I’m approaching the one-year anniversary of the job I took when I moved back to my hometown. I went from a fast-paced, sales-driven job in publishing to a slower-paced job in nonprofit communications. It’s been a big change, and I’ve had a bit of job transition whiplash.
I was thinking about the various jobs I’ve had in the 10 years since I graduated from college. I’ve made some big mistakes and learned a lot about how to be successful in the workplace. Here’s some advice on not being that person at your place of employment.
1. Give yourself a year to learn the ropes and become proficient in your job. Give yourself grace for when there’s something you didn’t know you didn’t know, and don’t expect to have it all figured out until you’re a year in.
When I first started my job in publishing, it felt like drinking from a fire hose. I was way in over my head, and for the first month of being on the job, I feel asleep on my couch every evening at 6:30. There was so much to learn! It wasn’t until I had been there for the very beginning of the publishing process to see a book go from an idea in a meeting to on the shelf at Barnes & Noble that I really understood how it all worked.
So be realistic in your expectations for yourself, and remember that part of a new job is learning what you don’t know.
2. Pay your dues before you start asking for special privileges. I once worked with a girl who started at an entry-level position, and within three months she was asking to accompany the department head on business trips. She was upset when she didn’t get to go, but it wasn’t because she wasn’t capable. It was because she hadn’t proved that she was capable.
Want to work from home one day a week? Start by working hard every day and earn that privilege. Need to leave early for a doctor’s appointment? Be willing to come in on a weekend or volunteer to stay late and help finish a project. Prove to the older generations that you aren’t just an entitled millennial.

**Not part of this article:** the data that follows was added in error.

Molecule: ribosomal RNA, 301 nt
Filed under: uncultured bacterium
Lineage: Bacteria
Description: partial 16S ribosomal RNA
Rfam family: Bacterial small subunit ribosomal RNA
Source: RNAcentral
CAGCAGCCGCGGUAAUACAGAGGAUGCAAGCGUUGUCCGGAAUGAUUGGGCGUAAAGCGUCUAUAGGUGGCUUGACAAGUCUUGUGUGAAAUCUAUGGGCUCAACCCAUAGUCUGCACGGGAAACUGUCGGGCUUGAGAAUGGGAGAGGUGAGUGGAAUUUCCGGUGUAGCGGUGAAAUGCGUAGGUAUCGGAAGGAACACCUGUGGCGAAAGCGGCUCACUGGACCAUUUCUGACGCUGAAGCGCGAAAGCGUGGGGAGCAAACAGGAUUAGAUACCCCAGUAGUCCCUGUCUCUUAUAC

3. Don’t take it personally. Work can feel incredibly personal, especially if you really believe in the mission of the company. You might spend weeks on a project only to have your supervisor dismiss your idea. You might land a really big client and share your happy news with your co-worker, but find out he doesn’t share your enthusiasm. Or you might get blamed for something that wasn’t your fault. Those things might make for a horrible, no good, very bad day, but remind yourself that it’s business, not personal. Your worth and your value do not depend on your job performance or how quickly you get a promotion.
4. Respect the breakroom rules. Remember that the breakroom is a shared space. It’s probably not the best idea to eat someone else’s lunch or to leave your oatmeal-crusted bowl in the sink every morning. Be cautious about heating up fish, curry, or other stinky food. Microwave popcorn is a delicious afternoon snack, but burned popcorn will permeate the office and won’t make you a lot of friends.
What have you learned about being a good employee? What should you avoid so that you’re not that guy or girl?